That project is located at https://github.com/graphql/graphiql.
Here is a very short list of ways to learn more about the Jamstack community:
CMS Comparison: https://cms-comparison.io
Headless CMS: https://headlesscms.org
The New Dynamic: https://thenewdynamic.slack.com
Education: The Digital Humanities website at Massachusetts Institute of Technology, https://digitalhumanities.mit.edu, was built using the Jamstack. Also, Rollins College (https://rollins.edu) is recreating their website using the Jamstack. Since higher education content is largely seasonal, the Jamstack lends itself well to this need.
Health: Jamie Bradley has developed a health-oriented application to help people with diabetes better manage their blood sugar, proving that the Jamstack is useful outside of the technology space.
This shows how the Jamstack may be easily leveraged to provide life-changing solutions.
Here is an example of how Sanity was used to build a healthcare website, showing how the Jamstack is present in the sciences: https://www.mjhlifesciences.com.
Not only can we learn and chat with other like-minded developers, but we can actually work with code, as well. In the following section, we'll learn about how to do this.
A great portion of the technologies used in this book are open source, so we encourage contributions to each of the platforms. It's a wonderful way to have a lasting impact on both your own future and the future of the Jamstack ecosystem, in general.
The Sanity community has a Slack group located at the following address: https://sanity-io-land.slack.com. You can receive an invitation to join by visiting https://slack.sanity.io. There are various channels including a channel for help, channels for announcements and beta features, and even a jobs channel. The community is rapidly growing.
Since Sanity Studio is an open source project, you too can contribute to it. The source code is located at https://github.com/sanity-io/sanity.
As a standard GitHub repository, it can be cloned, and a local version can be maintained. Issues can be reported, and through pull requests, a developer may request that changes become integrated into the main code base and included in the next version. In fact, the feature branch containing the future version is actually called next, so that is where pull requests should be created.
The starter kit that was used for this book, located at https://sanity.io/create, is one of a growing list of starter templates used to quickly create a Jamstack-based website. Sanity has opened the creation of starter templates to their user community.
The naming convention for these starter kits is as follows:
So, for example, sanity-template-gatsby-blog, means using Sanity with the Gatsby frontend to create a blog. Another example is sanity-template-kitchen-sink, which is used to demonstrate most of the features that Sanity has to offer. There are starter templates that use various frontend frameworks, such as Next.js, Nuxt.js, and Eleventy.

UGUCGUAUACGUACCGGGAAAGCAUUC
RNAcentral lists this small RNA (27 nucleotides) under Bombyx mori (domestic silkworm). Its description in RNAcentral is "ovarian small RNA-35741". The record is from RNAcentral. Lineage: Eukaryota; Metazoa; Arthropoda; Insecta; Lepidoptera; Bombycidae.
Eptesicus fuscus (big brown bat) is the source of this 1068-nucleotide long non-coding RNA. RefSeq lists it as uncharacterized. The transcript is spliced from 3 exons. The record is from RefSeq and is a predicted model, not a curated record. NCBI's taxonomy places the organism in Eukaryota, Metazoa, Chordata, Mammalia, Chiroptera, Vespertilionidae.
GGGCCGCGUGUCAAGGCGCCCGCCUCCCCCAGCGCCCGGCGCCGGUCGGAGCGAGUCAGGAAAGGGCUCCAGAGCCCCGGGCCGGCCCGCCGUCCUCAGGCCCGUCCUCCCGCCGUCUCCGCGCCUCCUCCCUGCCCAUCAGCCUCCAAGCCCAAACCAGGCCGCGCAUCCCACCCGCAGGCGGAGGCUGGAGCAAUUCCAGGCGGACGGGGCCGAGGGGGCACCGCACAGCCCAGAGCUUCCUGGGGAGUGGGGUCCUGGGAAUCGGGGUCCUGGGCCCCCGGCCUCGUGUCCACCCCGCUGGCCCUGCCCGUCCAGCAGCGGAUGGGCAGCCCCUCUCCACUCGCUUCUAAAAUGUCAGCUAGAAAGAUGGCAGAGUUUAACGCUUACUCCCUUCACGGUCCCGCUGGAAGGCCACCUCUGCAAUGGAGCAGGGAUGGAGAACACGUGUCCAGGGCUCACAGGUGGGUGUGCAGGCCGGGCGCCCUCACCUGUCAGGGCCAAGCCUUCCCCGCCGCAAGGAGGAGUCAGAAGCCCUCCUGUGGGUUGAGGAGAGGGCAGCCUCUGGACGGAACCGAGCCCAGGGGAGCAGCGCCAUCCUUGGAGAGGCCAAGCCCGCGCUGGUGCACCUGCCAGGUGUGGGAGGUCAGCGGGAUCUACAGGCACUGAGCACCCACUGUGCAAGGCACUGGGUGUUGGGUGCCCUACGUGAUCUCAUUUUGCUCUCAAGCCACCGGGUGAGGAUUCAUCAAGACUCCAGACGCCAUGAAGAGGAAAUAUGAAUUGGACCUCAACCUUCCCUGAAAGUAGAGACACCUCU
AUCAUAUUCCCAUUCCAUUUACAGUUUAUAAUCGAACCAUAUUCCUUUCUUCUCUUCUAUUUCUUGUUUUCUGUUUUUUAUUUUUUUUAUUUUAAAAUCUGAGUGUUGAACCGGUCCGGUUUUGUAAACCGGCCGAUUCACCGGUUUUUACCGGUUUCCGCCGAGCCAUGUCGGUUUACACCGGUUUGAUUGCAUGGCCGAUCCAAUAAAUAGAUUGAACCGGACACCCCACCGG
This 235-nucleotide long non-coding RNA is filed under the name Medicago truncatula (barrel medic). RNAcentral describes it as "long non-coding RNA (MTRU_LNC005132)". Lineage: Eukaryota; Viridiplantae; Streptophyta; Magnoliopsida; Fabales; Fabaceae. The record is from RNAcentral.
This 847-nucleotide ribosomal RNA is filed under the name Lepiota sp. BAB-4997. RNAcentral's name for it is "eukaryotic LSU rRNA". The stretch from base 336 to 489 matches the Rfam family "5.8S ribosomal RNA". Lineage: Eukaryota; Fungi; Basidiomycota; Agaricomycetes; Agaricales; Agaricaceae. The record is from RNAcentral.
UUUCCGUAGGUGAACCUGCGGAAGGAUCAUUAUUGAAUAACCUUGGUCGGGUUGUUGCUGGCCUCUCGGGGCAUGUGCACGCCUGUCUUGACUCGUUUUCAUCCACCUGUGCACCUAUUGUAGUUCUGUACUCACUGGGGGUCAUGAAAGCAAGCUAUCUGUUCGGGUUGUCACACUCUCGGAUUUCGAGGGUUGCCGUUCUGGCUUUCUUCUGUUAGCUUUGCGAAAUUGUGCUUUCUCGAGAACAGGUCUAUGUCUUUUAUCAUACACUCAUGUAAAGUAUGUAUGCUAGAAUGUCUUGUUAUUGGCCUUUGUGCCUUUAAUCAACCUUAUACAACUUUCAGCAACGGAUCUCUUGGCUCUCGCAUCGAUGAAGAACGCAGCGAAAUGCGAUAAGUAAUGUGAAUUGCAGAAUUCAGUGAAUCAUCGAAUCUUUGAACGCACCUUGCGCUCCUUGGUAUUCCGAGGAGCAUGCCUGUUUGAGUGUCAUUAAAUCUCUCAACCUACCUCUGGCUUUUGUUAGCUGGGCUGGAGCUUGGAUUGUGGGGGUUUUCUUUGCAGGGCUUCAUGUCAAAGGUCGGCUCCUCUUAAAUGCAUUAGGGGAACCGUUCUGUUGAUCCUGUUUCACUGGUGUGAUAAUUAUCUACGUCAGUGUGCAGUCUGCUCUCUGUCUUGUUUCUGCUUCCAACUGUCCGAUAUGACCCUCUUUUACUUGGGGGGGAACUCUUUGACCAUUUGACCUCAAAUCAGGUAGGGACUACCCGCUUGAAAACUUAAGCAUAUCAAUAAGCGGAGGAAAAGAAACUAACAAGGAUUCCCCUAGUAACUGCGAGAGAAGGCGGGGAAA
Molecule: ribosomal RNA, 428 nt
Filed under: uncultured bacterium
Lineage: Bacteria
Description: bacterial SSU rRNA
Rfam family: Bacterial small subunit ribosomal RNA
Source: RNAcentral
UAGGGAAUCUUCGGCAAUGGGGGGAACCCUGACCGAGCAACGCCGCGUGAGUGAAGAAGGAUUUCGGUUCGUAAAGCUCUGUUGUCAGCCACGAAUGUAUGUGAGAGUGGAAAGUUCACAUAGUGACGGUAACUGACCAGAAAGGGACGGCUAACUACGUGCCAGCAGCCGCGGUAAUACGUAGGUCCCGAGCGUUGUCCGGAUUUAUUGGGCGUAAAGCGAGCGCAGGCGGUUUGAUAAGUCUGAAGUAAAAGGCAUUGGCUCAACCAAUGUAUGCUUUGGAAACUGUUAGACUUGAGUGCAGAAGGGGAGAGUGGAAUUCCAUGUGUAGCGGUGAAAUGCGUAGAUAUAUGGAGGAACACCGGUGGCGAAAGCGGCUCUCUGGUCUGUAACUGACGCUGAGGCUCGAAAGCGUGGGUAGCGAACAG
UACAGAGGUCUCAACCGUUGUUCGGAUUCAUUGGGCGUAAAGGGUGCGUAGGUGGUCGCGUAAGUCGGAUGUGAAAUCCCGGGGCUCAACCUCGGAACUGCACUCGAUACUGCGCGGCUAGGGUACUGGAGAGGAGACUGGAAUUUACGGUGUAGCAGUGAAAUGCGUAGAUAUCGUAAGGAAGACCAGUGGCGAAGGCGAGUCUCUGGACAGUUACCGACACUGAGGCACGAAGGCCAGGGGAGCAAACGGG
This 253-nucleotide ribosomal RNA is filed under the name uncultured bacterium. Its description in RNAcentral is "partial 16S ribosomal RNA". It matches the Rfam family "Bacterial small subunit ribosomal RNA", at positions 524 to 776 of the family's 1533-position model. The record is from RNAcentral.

Using the basic instructions located at https://www.sanity.io/docs/starter-templates, we easily created https://github.com/chrispecoraro/sanity-template-jigsaw-blog, which uses Jigsaw, a popular Static Site Generator (SSG) created by Tighten, and is based on the Laravel modern PHP Framework, and the Blade templating system.
The Sanity create page can be called by using the following format, where template is a parameter and chrispecoraro/sanity-template-jigsaw-blog is the GitHub repository: https://www.sanity.io/create?template=chrispecoraro/sanity-template-jigsaw-blog.
The community templates are located at this page near the bottom: https://www.sanity.io/create:
Integrating Sanity with other code bases is easy, thanks to a set of tools available to present portable text in different usable formats, such as hyperscript and Markdown and libraries for PHP and .NET: https://www.sanity.io/docs/presenting-block-text.
Also, a set of tools for importing HTML content from other content management systems into Sanity may be used to convert it into a format that Sanity will use as portable text at https://www.npmjs.com/package/@sanity/block-tools.
Sanity also has a series of plugins, both official and community contributed, located at https://www.sanity.io/plugins:
Plugins should be tested, uploaded as a package to https://www.npmjs.com, and then shared in #I-made-this channel in Sanity's Slack.
Here is a screenshot of this new functionality:
DEV, a software developer community, has a Gatsby community located at https://dev.to/t/gatsby, as well as a hashnode URL, https://hashnode.com/n/gatsby, and there is a Gatsby Discord located at https://gatsby.dev/discord, which is very full and active.
Gatsby's GitHub URL is located at https://github.com/gatsbyjs.
Contributing to the Gatsby community has an added incentive: if a pull request gets accepted, the Gatsby community currently gives points that may be redeemed for swag such as a t-shirt or a water bottle.
There are many separate repositories. For example, starter themes similar to the theme used for the example in this book have names beginning with gatsby-starter and are located at https://github.com/gatsbyjs/gatsby-starter-theme.
These are good starting points to learn how Gatsby can be used with different parts of the Jamstack ecosystem.
Netlify plugins, similar to the plugin that we tested in Chapter 14, Deployment Using Netlify and Azure, may be created and contributed following the guidance provided in the repository located at https://github.com/netlify/plugins.
We are proud to have added this book to the Jamstack ecosystem and hope that it will be remembered as one of the first books to be released on the topic. We encourage you to add to the growing ecosystem and await contributions. Thank you immensely for having participated in our project and we wish you the best of fortune during your learning adventure and career.